SolarWinds Cyber Attack

Protect yourselves against Supply chain attacks

SolarWinds Cyber Attack

Cyberattacks enter a new era of destructive impact when threat actors are advanced enough to compromise SolarWind’s software supply chain with infected binary code while mimicking legitimate protocol traffic to avoid detection.

The attackers managed to modify an Orion platform plug-in that is distributed as part of Orion platform update. The malware was deployed as an update from Solarwinds own servers and was digitally signed by a valid digital certificate bearing their name issued by Symantec.

SolarWinds’ Security Advisory lists 18 known products that have been affected by the attack, including their Application Centric Monitor (ACM), Server Configuration Monitor (SCM) and Network Performance Monitor (NPM). Earlier this month, SolarWinds says the malicious code may have been delivered to nearly 18,000 customers.

Usually, there is a vulnerability that allows threat actors to get into the network. What is unique about Solarwinds is the initial vulnerability is in vendor software, so it’s often now being referred to as a supply chain hack because the vulnerability was embedded as code. It appears like it is a nation/state-related incident that always heightens the exposure and is another reason it is so large in scale. Some tools that FireEye uses for Red Team evaluation of people’s networks got exposed, so now those tools are in the hands of threat actors to do nefarious activities with them.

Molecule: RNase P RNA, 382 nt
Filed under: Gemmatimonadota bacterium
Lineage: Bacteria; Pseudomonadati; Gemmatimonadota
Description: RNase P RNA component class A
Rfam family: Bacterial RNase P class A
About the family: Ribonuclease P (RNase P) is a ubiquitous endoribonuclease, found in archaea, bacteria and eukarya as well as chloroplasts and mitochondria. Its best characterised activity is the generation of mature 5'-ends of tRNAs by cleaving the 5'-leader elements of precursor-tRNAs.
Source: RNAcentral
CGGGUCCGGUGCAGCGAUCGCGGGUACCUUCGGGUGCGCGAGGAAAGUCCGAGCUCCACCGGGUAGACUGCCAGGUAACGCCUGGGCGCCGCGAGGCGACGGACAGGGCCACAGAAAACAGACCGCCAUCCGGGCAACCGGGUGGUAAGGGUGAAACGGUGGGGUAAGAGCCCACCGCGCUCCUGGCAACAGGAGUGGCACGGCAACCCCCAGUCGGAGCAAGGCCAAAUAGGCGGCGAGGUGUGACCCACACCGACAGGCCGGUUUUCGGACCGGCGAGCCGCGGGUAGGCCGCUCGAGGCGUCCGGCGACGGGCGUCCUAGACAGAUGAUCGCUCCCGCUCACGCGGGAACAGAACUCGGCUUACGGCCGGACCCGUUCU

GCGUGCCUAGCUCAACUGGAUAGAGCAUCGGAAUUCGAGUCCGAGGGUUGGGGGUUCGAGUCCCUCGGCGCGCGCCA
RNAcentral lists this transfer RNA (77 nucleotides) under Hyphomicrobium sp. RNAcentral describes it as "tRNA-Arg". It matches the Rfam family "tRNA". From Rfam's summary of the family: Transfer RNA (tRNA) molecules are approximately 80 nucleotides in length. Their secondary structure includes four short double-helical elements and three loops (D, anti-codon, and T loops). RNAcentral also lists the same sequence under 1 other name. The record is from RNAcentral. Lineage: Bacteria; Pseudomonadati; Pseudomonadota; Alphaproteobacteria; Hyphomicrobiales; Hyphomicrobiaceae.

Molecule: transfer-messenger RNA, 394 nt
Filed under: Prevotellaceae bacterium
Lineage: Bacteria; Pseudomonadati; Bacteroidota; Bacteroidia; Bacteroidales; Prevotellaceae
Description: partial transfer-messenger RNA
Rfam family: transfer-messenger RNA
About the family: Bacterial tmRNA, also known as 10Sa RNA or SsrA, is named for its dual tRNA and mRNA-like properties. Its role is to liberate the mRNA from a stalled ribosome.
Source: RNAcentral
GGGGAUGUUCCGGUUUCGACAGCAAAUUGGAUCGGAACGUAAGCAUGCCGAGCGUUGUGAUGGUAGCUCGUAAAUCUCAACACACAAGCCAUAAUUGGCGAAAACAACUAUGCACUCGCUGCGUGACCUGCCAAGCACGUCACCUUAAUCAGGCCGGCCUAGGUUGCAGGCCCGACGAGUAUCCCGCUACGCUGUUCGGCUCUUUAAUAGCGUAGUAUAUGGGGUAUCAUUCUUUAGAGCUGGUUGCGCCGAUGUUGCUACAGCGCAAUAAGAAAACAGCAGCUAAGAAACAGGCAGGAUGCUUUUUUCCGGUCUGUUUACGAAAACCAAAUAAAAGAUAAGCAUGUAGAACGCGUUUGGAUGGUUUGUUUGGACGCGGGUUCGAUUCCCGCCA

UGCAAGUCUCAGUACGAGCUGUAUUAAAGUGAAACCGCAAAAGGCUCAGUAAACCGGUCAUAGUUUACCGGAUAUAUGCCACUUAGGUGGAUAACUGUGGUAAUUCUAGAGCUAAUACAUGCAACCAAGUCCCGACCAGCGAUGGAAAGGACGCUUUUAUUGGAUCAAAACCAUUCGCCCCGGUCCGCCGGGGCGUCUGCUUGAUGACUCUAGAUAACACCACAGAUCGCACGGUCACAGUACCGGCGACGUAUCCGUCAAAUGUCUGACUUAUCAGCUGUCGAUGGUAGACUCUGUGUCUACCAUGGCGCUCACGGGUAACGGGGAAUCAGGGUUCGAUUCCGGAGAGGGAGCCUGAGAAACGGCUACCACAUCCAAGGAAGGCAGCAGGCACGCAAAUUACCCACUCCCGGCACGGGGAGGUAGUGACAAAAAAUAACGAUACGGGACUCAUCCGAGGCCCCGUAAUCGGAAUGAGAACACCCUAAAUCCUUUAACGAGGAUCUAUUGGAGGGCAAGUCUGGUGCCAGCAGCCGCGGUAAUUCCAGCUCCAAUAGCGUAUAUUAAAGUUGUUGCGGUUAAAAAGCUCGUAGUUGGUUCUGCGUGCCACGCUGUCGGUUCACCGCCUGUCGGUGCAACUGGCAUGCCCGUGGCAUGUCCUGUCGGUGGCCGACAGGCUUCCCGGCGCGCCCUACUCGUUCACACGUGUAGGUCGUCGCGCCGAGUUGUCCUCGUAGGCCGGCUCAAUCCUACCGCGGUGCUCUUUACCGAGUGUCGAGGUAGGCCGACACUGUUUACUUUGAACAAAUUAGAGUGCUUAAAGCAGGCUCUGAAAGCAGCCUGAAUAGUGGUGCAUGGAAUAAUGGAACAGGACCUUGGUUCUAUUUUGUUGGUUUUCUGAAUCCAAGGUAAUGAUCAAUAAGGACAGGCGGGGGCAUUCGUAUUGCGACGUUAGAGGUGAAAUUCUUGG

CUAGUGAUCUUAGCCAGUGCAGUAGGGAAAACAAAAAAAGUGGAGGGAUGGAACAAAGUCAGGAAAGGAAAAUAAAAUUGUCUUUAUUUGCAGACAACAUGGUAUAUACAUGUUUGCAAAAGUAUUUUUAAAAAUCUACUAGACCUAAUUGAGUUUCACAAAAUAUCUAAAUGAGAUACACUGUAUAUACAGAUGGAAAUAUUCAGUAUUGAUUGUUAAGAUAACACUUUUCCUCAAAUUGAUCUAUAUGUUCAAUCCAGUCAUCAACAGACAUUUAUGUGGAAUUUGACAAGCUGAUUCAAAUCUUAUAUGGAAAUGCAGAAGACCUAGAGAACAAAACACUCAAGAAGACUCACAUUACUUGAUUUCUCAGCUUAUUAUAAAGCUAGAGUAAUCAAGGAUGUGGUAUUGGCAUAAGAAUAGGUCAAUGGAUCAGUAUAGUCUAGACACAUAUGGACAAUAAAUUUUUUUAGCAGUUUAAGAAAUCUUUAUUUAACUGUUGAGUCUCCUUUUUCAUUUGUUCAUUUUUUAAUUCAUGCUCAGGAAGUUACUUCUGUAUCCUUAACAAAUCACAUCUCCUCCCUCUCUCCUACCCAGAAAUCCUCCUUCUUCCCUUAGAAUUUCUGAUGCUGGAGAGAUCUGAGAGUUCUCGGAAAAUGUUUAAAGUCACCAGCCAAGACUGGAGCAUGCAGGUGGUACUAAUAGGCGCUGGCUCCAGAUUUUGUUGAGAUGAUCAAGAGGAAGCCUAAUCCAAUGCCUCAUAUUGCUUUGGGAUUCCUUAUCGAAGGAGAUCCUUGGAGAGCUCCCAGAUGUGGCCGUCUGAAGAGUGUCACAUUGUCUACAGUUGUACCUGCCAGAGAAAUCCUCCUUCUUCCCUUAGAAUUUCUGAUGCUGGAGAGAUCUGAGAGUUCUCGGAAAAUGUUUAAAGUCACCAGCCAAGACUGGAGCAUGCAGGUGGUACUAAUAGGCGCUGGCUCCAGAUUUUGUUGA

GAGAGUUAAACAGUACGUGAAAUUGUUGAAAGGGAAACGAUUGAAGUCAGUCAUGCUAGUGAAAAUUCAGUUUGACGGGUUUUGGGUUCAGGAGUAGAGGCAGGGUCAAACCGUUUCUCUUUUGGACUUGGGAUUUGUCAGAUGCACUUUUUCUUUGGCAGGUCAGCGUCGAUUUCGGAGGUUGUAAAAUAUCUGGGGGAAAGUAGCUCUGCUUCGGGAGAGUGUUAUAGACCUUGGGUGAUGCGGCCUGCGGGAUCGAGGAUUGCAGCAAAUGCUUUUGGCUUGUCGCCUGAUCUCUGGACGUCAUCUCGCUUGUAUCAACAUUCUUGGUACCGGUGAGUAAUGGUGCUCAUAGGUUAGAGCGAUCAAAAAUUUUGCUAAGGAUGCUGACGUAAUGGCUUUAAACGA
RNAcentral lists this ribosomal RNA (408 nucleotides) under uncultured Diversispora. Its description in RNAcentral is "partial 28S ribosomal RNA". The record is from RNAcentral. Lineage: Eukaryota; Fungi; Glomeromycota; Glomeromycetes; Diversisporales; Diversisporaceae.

80% of hacks involve the use of compromised privileged credentials and this one is no exception. An important layer of control is Privileged Access Management (PAM) solutions, which typically involve predictive, preventive, and detective controls.

In the end, it is security layers and vigilance that make the difference in minimizing the impact of a breach. NIST’s guidance can be constructive in cybersecurity planning, which can also be informed by Zero Trust’s principles. Remember, it is not a question of if you will be hacked. It is a matter of when and what you can do to limit the impact through layers.

Also Read:

What we need to learn from SolarWinds supply chain attack

Never trust, always verify – The emergence of Zero Trust model


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